How Japan’s ‘In This Corner of the World’ Captures 1940s Hiroshima Before the A-Bomb

“There’s many things one can never express in any shape or form what happened underneath Ground Zero,” director Sunao Katabuchi tells TheWrap

Sunao Katabuchi pulled a book out of his bag and held it up to the audience at a recent screening of his film “In This Corner of the World.” It was ratty, folded and in pieces, because for six years, he took diligent notes and was painstakingly accurate in recreating 1940s Hiroshima before the atomic bomb dropped.

Katabuchi interviewed Japanese survivors kept out of the city, all of whom are now in their eighties. He got a glimpse of how people in Japan lived in the months leading up to that fateful day. Katabuchi wanted to know what parks children played at, what buildings were there, what the exact weather was like on a given day and even went into meticulous, horrific detail in imagining how shattered glass from the A-bomb’s explosion could impale a mother protecting her child.

“There’s many things one can never express in any shape or form what happened underneath Ground Zero. So that part was not easy, but those people did exist,” Katabuchi said via a translator to TheWrap’s Matt Donnelly as part of the Awards and Foreign Screening Series at the Landmark Theatres in Los Angeles on Thursday. But Katabuchi described “In This Corner of the World” as less of a film and more of a “time machine.”


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As a Japanese anime, Katabuchi expected to reach a younger audience, even though he knew the film was for an older crowd. But he found that those kids were also taking their parents and grandparents to see the film’s beautiful, slice-of-life portrait of wartime Japan.

“When these 70, 80-year-old folks come to the film, they’re laughing the most, because there are things in the film that only they would understand,” Katabuchi said, describing one scene in which the main character struggles to appropriately cut the fabric for a kimono.

“In This Corner of the World” follows Suzu, a girl from Hiroshima who marries into a family in the mountain town of Kure. It examines the day-by-day struggles of an ordinary housewife and plays like a diary full of sketches that hint at a rich history and culture before Hiroshima was ravaged. The scattershot vignettes and the emotions that range from light hearted to devastating recall other Japanese classics depicting wartime like “Grave of the Fireflies” and “The Wind Rises.”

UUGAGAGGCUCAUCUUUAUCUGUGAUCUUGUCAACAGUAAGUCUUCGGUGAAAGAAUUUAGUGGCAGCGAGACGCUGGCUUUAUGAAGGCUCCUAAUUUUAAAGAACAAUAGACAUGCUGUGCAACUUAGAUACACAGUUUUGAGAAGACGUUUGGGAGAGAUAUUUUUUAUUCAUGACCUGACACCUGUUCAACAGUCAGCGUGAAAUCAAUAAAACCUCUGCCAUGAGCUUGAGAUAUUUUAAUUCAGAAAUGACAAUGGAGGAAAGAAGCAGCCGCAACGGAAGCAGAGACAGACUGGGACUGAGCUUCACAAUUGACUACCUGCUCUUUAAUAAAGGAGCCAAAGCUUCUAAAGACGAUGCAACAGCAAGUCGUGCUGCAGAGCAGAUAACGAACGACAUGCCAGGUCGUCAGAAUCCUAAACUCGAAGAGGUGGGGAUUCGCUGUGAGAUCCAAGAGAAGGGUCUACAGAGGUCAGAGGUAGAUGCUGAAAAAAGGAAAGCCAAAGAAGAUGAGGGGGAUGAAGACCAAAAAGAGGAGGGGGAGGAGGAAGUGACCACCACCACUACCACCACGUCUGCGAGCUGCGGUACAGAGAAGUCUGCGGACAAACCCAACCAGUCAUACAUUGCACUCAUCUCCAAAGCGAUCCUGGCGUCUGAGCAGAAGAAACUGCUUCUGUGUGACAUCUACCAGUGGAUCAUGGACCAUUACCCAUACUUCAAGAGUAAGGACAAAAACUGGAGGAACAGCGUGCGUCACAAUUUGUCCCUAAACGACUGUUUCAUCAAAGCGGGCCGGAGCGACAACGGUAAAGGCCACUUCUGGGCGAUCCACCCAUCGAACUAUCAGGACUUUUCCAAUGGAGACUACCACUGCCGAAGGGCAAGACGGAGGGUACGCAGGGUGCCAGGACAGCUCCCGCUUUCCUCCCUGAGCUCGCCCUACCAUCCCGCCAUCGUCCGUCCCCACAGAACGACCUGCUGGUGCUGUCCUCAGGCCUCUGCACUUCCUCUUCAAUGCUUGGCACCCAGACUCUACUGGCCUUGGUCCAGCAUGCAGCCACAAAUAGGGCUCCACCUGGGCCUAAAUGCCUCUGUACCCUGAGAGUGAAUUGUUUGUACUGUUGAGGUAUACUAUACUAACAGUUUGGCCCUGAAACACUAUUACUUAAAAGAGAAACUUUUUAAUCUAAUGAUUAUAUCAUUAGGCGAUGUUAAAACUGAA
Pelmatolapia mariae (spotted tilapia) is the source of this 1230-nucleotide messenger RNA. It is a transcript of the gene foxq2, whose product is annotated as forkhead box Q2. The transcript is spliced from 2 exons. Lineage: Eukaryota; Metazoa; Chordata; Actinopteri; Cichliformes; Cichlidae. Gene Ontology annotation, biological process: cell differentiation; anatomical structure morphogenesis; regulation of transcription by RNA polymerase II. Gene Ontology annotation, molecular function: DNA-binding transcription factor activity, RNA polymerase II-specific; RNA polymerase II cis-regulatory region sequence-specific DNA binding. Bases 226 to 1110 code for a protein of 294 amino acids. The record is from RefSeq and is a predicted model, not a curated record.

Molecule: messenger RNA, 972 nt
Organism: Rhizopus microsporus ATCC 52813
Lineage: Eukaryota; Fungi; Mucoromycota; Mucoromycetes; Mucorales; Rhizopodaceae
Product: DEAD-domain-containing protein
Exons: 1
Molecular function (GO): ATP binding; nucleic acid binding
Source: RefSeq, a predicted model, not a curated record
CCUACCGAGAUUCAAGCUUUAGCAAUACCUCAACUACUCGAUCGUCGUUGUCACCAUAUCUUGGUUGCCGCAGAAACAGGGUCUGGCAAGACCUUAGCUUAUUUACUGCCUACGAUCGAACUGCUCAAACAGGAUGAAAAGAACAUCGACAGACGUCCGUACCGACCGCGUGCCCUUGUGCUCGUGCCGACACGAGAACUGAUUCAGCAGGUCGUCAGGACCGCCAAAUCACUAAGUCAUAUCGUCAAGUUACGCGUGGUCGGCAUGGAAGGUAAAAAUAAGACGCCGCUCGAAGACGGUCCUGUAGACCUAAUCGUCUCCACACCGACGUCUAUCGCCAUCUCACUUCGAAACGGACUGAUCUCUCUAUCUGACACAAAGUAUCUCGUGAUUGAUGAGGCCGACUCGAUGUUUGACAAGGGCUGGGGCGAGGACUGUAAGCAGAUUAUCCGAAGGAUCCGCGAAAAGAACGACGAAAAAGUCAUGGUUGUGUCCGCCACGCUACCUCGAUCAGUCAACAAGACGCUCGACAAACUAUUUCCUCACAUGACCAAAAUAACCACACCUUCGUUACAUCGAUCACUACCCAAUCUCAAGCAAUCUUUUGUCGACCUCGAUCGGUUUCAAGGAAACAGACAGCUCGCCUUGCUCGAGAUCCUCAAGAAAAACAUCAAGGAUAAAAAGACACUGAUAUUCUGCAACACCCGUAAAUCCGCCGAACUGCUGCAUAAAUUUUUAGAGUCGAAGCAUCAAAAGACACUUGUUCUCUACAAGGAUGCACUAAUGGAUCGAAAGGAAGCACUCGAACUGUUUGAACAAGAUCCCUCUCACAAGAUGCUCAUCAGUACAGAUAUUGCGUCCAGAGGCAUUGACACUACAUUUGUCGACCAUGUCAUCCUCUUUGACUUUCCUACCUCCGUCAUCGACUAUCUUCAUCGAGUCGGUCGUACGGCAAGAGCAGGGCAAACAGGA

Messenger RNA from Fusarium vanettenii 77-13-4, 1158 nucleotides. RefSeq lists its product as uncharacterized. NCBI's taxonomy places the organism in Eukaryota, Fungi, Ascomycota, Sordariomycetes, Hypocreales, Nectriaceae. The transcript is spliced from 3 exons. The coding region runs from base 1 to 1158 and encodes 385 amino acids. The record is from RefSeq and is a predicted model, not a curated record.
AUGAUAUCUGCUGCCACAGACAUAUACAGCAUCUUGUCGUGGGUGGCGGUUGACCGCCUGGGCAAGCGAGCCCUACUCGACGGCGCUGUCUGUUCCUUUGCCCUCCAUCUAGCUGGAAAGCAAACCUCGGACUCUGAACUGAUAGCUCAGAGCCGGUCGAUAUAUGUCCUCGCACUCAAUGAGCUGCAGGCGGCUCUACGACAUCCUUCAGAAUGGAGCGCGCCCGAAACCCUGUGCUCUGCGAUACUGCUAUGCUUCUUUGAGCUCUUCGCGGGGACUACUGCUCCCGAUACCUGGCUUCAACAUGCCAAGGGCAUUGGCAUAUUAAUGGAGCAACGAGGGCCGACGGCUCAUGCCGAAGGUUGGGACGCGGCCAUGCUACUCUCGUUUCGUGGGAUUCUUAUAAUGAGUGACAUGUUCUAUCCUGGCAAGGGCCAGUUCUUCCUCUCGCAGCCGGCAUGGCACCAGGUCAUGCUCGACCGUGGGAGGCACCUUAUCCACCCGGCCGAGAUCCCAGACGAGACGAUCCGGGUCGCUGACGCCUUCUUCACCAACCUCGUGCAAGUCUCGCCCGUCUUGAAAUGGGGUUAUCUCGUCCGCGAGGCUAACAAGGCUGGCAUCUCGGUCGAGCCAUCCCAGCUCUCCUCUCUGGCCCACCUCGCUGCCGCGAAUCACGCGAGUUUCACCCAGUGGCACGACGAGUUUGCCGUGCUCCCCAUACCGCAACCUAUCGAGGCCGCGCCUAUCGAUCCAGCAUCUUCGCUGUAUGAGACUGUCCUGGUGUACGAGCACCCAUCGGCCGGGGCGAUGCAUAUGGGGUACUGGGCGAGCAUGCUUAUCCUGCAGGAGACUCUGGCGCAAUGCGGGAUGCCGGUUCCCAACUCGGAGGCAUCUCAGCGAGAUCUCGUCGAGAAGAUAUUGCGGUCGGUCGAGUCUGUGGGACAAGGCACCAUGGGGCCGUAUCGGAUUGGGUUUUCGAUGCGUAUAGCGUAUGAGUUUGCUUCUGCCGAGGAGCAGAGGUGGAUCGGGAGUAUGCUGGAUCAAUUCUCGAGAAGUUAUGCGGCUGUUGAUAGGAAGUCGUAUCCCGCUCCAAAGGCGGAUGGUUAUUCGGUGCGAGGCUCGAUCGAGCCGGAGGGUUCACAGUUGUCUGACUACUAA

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Originally, Katabuchi worked independently on his film with just his wife and one employee. Thinking it was a tough subject to sell, he found himself turning to crowdfunding as a means to get his story out.

“I switched over to Suzu’s wartime cooking habits,” Katabuchi joked about his initial lack of funds. “It was the audience who already knew this was something special.”

Katabuchi’s diligent efforts have been rewarded. “In This Corner of the World” has played in Japanese theaters for over a full year. Like Katabuchi did with the manga on which his film is based, he estimates more than two million people have come to soak in the film’s richly imagined world.


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“I really intent to keep this by my bedside, by my pillow, because I keep rediscovering new things about it, so it’s really something I plan to keep for the rest of my life,” Katabuchi said about his tattered source material he keeps in his bag. “I felt that this really just lays out one person’s life. Not just treating it as a story and drawings on a page, but I felt this was a real person and it’s someone I wanted to spend time with.”

In This Corner of the World